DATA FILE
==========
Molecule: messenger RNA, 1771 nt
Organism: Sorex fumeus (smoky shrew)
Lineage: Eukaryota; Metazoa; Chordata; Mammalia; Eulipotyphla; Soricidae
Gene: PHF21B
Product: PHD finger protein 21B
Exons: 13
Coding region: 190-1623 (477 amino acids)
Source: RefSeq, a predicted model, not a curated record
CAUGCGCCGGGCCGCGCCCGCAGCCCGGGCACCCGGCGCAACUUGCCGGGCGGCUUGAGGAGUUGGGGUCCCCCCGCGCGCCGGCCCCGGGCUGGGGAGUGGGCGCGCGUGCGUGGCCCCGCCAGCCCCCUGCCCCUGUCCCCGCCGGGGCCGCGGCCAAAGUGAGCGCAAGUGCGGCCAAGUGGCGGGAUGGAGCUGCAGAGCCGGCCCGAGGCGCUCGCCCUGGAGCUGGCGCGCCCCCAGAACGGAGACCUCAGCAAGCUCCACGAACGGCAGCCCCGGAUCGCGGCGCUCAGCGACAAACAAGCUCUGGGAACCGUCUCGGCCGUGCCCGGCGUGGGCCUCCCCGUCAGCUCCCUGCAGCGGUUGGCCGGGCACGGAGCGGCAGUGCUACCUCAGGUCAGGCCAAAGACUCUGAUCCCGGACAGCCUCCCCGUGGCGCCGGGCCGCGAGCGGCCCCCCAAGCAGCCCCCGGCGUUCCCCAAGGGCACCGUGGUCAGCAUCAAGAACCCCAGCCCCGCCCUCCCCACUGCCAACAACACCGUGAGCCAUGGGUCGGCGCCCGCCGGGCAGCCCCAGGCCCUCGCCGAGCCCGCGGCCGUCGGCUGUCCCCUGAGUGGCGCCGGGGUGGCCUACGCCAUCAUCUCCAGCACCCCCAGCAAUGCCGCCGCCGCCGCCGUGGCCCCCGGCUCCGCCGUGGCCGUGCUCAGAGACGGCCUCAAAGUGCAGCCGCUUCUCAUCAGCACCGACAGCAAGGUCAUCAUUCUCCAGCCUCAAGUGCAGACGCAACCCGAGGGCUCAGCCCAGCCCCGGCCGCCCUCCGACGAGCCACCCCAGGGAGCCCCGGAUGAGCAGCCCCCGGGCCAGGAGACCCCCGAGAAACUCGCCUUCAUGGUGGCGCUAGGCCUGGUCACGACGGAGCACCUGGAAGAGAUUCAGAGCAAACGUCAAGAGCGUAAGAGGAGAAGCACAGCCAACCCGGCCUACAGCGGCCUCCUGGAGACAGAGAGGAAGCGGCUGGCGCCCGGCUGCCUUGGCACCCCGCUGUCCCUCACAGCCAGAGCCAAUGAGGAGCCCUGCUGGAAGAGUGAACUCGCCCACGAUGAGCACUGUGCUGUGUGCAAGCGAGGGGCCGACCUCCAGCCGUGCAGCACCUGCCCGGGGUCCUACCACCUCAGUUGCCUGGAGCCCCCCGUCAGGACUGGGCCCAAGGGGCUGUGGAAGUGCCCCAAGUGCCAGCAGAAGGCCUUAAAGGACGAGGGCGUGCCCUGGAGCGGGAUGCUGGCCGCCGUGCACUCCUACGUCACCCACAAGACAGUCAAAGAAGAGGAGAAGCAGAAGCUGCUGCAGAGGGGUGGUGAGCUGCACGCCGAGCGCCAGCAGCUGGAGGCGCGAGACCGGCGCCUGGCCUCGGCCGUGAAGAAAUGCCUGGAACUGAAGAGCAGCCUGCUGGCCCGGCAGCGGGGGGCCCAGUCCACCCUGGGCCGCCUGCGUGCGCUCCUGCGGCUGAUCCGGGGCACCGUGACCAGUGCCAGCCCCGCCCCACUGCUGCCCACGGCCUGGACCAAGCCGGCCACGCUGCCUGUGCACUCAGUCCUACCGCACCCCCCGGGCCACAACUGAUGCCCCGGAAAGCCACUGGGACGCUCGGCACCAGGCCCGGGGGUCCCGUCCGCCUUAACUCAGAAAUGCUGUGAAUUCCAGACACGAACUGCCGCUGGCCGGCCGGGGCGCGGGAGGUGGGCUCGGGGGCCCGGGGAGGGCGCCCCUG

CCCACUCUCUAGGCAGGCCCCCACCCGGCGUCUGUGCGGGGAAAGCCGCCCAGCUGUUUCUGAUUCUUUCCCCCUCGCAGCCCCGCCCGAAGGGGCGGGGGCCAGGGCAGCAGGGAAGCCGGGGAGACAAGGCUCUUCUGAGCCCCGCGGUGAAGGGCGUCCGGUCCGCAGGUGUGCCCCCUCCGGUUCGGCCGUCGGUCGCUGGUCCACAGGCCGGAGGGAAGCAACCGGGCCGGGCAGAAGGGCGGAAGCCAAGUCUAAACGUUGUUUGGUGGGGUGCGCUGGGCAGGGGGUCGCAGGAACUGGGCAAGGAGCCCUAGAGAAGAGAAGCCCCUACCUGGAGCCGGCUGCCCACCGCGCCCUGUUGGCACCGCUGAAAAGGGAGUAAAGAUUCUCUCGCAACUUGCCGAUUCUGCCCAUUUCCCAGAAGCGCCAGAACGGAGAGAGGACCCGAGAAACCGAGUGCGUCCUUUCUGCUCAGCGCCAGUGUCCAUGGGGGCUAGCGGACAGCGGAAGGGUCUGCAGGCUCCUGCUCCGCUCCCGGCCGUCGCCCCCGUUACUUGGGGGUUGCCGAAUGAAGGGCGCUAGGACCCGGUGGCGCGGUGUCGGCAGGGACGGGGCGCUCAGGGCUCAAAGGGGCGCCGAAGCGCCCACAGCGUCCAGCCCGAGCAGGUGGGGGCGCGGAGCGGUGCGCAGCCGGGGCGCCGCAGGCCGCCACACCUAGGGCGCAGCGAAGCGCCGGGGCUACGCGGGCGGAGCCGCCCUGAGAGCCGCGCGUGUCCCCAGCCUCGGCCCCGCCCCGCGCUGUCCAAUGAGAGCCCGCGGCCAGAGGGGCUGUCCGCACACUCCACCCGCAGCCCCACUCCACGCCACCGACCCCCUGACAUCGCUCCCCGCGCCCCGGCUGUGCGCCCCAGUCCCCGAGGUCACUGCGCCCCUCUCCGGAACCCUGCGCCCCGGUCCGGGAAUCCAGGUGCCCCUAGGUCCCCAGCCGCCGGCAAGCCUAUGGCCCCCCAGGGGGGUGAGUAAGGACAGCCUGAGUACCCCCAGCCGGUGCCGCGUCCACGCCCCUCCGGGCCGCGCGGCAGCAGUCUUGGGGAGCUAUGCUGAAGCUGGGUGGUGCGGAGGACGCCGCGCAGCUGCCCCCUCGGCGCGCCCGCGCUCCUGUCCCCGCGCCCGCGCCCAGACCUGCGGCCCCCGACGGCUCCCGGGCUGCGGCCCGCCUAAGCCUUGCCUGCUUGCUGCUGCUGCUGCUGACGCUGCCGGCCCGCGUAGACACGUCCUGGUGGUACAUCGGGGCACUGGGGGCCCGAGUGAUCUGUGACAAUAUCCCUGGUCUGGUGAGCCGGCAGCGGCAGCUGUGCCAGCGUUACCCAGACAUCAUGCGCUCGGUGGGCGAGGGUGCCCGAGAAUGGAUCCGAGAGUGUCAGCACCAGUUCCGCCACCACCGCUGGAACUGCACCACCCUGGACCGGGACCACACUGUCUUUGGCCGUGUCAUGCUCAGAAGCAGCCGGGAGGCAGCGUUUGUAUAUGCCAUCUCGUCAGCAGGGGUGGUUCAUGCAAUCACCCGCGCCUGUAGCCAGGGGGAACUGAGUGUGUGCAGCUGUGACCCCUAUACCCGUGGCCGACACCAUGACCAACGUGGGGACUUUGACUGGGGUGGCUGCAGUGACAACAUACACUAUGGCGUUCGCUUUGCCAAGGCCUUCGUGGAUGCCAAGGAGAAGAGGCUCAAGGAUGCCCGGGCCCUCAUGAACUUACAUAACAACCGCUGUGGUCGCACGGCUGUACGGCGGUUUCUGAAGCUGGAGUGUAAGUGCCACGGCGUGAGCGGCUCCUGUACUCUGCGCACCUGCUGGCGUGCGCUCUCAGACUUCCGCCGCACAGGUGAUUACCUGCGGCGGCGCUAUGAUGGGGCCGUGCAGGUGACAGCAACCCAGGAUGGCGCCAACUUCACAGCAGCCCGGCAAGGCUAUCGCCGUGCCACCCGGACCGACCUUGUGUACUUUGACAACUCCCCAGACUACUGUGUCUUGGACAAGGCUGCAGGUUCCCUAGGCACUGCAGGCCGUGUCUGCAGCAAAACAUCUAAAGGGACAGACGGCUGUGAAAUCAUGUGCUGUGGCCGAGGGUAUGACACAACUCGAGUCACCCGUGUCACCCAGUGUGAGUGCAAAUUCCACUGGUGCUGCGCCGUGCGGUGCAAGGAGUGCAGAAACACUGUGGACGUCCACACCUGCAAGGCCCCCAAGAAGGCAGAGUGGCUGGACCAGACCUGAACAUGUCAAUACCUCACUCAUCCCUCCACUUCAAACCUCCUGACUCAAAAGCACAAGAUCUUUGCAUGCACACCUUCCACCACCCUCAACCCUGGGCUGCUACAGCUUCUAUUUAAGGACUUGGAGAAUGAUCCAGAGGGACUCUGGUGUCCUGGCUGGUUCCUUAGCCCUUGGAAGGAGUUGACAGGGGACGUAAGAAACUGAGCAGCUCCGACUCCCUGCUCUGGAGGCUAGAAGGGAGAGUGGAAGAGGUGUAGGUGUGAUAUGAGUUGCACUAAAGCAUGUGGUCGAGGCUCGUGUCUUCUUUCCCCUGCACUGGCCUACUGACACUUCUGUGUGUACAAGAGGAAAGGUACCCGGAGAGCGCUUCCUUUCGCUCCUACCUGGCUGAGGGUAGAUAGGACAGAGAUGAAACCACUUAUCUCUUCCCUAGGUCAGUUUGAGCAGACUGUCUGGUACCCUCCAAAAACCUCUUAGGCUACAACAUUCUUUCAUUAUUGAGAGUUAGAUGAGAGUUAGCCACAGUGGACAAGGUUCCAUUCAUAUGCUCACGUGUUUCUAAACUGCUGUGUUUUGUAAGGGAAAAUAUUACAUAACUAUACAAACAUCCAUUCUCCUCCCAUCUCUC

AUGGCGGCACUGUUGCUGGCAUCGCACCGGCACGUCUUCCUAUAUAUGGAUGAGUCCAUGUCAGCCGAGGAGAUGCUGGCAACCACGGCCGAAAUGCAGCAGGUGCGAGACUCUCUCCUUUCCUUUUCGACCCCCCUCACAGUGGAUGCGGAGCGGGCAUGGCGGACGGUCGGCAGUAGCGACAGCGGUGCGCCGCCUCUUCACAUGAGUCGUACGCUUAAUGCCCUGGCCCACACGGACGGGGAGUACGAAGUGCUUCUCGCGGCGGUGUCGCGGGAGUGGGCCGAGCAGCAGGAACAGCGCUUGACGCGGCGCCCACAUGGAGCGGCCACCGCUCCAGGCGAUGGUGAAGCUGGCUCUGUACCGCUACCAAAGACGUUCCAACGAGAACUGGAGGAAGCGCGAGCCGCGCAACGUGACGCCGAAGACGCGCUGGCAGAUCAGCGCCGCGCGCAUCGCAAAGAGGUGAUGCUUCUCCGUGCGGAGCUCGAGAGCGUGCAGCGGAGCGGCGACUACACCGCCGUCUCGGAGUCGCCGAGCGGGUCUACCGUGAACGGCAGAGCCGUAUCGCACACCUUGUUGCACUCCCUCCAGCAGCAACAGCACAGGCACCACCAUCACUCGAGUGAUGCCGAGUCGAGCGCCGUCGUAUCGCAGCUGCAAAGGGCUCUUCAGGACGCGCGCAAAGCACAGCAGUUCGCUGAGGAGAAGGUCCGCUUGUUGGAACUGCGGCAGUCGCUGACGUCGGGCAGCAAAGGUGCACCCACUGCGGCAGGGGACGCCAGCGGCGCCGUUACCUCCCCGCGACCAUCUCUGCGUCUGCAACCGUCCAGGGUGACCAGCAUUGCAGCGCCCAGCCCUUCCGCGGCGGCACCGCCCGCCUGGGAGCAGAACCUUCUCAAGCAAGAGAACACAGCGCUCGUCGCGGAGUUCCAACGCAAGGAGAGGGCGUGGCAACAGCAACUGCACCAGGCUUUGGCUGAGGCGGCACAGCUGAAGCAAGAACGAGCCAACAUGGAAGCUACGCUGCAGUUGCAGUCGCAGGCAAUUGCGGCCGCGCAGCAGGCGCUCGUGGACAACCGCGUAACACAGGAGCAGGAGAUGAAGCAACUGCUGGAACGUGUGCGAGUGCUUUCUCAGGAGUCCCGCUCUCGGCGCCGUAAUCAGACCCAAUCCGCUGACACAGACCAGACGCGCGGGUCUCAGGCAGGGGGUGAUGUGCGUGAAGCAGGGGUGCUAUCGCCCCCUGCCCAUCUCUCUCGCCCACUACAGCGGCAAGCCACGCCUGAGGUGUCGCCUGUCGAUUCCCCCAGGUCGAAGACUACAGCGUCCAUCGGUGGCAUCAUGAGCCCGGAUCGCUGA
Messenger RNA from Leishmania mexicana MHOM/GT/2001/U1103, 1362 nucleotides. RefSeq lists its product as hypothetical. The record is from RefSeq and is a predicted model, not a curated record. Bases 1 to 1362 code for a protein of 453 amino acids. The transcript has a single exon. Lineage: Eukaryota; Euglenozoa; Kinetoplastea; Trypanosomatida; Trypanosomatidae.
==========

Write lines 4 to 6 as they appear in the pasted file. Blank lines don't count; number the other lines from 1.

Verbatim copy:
Gene: PHF21B
Product: PHD finger protein 21B
Exons: 13